The serious harm caused by concussion in sport first became apparent among the “punch-drunk” boxers who suffered repetitive blows to the head over the course of their fighting careers. A related form of brain damage is known to affect a range of other sports and professions, where repeated head injuries kill brain cells and gradually cause the brain to shrink.
By working closely with elite rugby union players, our research has now helped us to understand the impact of concussion on the brain as we get older. We have shown that brain function in a young player with a history of concussion is on a par with someone in their 60s. In simple terms, concussion seems to accelerate biological brain ageing by as much as three decades.
One important discovery was that concussed rugby union players have more “free radicals” – unstable, cell-damaging molecules – in their blood. They also have less nitric oxide, a beneficial molecule which allows more oxygen and glucose to get to the brain. As a result, blood vessels in the concussed brain react sluggishly to changes in blood flow, a condition known as “cerebrovascular impairment”.
Cerebrovascular impairment has been linked to cognitive dysfunction, and can have a negative effect on the way a person thinks, concentrates, formulates ideas and remembers. It can also make them more vulnerable to dementia in later life. In our analysis, these impairments were mostly seen in the regions of the brain where head contact is most frequently made during play.
Both active and retired elite rugby union players were found to be cognitively impaired compared with people of a similar age and fitness, who had not been concussed or participated in contact sports. The effects also appeared to be related to a player’s position in the rugby team. They were particularly prevalent among forwards, who usually experience more tackles and collisions in a game compared to the backs.
Positive steps have been taken in the world of rugby as awareness has grown from the negative effects that concussion has on the brain. Indeed, we have come a long way since 2005, when a neuropathologist working in a Pittsburgh coroner’s office became the first to identify a form of neurodegeneration called “chronic traumatic encephalopathy” (CTE) in an American Footballer who had suffered repetitive brain injuries.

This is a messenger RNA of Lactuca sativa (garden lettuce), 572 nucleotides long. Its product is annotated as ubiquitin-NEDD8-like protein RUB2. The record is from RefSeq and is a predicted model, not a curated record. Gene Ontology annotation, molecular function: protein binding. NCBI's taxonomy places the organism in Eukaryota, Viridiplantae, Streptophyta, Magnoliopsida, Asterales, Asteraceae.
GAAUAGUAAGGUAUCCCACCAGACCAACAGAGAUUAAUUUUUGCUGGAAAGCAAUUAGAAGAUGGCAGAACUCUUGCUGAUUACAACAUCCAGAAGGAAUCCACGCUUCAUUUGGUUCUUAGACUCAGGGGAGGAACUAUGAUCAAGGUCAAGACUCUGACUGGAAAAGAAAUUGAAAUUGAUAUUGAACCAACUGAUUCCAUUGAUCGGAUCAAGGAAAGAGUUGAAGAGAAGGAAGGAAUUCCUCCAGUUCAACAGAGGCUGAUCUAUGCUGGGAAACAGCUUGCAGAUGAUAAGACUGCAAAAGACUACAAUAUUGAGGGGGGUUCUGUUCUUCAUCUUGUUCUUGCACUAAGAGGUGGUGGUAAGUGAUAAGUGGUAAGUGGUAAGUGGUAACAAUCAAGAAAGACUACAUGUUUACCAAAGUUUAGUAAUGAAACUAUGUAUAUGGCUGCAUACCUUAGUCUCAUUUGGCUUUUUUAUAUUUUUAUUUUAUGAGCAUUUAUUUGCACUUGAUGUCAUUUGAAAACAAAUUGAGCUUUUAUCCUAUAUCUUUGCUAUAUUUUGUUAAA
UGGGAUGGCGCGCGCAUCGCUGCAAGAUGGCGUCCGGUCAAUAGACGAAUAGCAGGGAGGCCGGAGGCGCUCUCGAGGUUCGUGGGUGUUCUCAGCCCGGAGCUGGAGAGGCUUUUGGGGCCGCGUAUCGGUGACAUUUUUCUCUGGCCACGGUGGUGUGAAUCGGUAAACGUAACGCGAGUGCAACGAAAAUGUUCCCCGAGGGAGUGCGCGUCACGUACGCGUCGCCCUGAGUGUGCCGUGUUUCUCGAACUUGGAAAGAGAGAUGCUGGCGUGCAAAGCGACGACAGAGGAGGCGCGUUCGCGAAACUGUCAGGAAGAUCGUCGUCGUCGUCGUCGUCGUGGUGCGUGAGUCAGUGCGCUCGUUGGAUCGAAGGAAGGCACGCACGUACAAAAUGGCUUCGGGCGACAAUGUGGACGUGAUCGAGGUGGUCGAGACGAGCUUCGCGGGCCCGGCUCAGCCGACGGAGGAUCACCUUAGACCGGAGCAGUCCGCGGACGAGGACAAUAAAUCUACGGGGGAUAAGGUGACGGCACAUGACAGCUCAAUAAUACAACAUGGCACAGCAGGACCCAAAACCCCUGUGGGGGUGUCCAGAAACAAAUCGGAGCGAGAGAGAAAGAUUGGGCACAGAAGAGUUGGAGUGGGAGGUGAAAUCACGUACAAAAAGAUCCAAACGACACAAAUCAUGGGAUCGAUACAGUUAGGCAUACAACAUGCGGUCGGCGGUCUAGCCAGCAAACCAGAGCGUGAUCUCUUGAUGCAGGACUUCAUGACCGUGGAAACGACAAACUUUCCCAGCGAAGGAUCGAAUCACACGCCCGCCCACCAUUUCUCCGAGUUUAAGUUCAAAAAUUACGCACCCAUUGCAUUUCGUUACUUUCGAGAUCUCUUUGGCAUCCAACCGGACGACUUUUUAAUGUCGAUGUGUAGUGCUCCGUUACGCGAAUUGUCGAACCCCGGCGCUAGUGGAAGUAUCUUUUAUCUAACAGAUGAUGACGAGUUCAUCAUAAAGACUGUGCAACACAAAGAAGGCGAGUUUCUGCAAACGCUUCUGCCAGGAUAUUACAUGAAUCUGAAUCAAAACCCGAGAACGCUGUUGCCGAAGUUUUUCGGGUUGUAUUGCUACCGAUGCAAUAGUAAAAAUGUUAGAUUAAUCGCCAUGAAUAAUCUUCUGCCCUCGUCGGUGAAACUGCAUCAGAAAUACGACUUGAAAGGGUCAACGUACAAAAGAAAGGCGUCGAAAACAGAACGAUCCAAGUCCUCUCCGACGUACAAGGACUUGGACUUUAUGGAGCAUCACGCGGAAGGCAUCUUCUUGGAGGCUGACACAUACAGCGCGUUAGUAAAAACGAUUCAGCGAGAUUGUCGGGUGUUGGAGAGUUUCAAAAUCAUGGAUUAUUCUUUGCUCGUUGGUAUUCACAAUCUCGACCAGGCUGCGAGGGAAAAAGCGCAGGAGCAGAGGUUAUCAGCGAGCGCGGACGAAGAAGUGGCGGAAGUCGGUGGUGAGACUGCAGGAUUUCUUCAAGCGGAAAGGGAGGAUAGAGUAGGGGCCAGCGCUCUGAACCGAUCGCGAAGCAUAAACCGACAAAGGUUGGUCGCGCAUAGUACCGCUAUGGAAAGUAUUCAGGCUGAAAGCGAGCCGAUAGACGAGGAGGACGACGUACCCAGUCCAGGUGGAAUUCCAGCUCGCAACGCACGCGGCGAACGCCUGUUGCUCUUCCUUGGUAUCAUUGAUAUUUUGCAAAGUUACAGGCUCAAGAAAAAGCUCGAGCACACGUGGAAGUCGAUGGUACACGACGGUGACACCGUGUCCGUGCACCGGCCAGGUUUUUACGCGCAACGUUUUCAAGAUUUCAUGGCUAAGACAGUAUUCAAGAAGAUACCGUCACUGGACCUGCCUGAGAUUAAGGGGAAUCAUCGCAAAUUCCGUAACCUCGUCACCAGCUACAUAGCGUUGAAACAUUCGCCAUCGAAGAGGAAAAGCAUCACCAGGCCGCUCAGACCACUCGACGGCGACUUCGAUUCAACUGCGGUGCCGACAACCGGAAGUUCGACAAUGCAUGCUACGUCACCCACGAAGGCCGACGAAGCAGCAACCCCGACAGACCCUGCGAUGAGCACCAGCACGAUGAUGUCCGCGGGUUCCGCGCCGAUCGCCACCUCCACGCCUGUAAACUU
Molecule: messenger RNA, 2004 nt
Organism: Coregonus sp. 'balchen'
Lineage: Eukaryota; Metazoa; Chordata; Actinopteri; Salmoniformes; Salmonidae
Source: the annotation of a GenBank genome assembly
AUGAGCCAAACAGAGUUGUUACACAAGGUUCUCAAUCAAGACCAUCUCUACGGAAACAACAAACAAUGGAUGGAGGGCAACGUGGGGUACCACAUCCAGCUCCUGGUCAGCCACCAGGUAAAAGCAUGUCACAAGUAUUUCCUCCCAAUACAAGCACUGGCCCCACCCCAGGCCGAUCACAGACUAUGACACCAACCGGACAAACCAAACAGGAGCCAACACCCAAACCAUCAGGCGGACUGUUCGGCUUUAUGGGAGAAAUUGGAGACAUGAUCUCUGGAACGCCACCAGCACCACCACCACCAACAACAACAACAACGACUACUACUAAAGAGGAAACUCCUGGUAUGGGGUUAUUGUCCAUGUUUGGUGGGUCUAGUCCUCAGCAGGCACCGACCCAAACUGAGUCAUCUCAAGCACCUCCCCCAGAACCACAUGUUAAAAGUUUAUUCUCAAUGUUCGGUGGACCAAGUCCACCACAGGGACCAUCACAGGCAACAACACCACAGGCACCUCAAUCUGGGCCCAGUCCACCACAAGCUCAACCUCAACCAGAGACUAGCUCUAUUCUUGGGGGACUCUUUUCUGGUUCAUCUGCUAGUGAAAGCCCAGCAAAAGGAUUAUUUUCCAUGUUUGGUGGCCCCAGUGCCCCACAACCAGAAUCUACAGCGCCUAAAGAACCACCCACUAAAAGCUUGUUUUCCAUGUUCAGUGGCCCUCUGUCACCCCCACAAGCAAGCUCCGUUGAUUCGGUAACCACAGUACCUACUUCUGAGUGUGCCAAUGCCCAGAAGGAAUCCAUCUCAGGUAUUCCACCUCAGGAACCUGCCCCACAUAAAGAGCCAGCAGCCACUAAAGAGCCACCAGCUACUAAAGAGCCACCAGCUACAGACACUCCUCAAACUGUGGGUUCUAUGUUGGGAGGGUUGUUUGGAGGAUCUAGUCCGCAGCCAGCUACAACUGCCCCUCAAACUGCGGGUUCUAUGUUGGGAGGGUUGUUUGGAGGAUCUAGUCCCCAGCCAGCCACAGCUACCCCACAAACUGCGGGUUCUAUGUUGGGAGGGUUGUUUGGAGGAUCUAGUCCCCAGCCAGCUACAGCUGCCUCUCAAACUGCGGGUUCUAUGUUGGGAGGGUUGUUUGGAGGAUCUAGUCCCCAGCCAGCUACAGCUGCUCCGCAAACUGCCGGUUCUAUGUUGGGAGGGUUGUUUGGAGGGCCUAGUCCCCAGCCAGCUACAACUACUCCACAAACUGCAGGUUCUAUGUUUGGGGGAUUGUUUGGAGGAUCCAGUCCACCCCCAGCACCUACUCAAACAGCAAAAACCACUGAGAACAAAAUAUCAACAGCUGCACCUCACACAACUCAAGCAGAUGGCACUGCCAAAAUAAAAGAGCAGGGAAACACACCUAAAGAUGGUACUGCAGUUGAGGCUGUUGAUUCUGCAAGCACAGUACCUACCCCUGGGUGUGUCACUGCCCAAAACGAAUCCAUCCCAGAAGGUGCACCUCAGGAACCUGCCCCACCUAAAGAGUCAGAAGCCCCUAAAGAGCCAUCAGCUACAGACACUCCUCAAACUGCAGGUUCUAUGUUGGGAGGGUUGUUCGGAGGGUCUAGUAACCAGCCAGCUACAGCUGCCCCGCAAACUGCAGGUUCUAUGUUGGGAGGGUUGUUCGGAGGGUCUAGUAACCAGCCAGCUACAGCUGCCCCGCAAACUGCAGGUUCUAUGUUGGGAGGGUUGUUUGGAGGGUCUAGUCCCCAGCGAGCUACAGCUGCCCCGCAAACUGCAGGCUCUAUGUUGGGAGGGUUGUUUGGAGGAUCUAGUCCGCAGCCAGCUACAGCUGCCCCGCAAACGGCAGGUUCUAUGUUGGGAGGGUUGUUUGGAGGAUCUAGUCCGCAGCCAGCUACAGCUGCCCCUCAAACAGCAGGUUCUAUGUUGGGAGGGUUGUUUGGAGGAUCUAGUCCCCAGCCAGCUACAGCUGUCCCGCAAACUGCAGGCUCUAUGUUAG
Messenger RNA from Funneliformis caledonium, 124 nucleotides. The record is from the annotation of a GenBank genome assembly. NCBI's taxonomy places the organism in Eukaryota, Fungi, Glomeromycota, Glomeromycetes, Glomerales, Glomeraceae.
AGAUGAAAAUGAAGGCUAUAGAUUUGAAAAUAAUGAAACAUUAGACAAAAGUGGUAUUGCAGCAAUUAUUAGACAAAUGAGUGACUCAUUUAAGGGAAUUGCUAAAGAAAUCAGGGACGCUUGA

But the problem has not been solved. And the increasingly gladiatorial nature of the modern game, with players whose physiques resemble those of a bodybuilder, mean the risks could be worsening. So what can be done to reduce the potentially life-altering effects of concussion in rugby players?
One approach involves changing the rules of the game. While some adjustments have been proposed, such as waist height tackling to reduce the number of head-to-head collisions, some argue that the tackle should be banned altogether. Others, including ourselves, have focused on establishing effective molecular (blood, saliva, urine) and cerebrovascular (brain blood flow) assessments for pitchside detection of concussion to enable swifter treatment and recovery.
While these remain in development, there are methods that rugby players – and anyone else – can use to help our brains fight off the risk of dementia. These include high-intensity interval training (HIIT) and regular aerobic exercise.
This is because exercise helps maintain a healthy body weight and promotes the release of nitric oxide, which improves the way our blood vessels function and contributes to better brain health.
For now, though, concussion across all sports remains a prominent and potentially life-altering injury, with the true consequences often only noticed when it is too late. There are almost 10 million rugby players around the world, and professional players are more likely than not to sustain a concussion within 25 games.
And while modern treatments and management protocols for concussion have improved with increased monitoring and neurological testing, the mechanisms which increase an athlete’s susceptibility to CTE and other neurological complications remain poorly understood.
Meanwhile, rugby union’s governing bodies have faced criticism for the lack of concussion management. But perhaps this should come as little surprise given that not very long ago, in the amateur era of the game, the traditional treatment for a knock to the head was a “magic sponge” doused in cold water.
Tom Owens, PhD Candidate, University of South Wales; Chris Marley, Senior Lecturer in Exercise Physiology, University of South Wales, and Damian Bailey, Professor of Physiology and Biochemistry, University of South Wales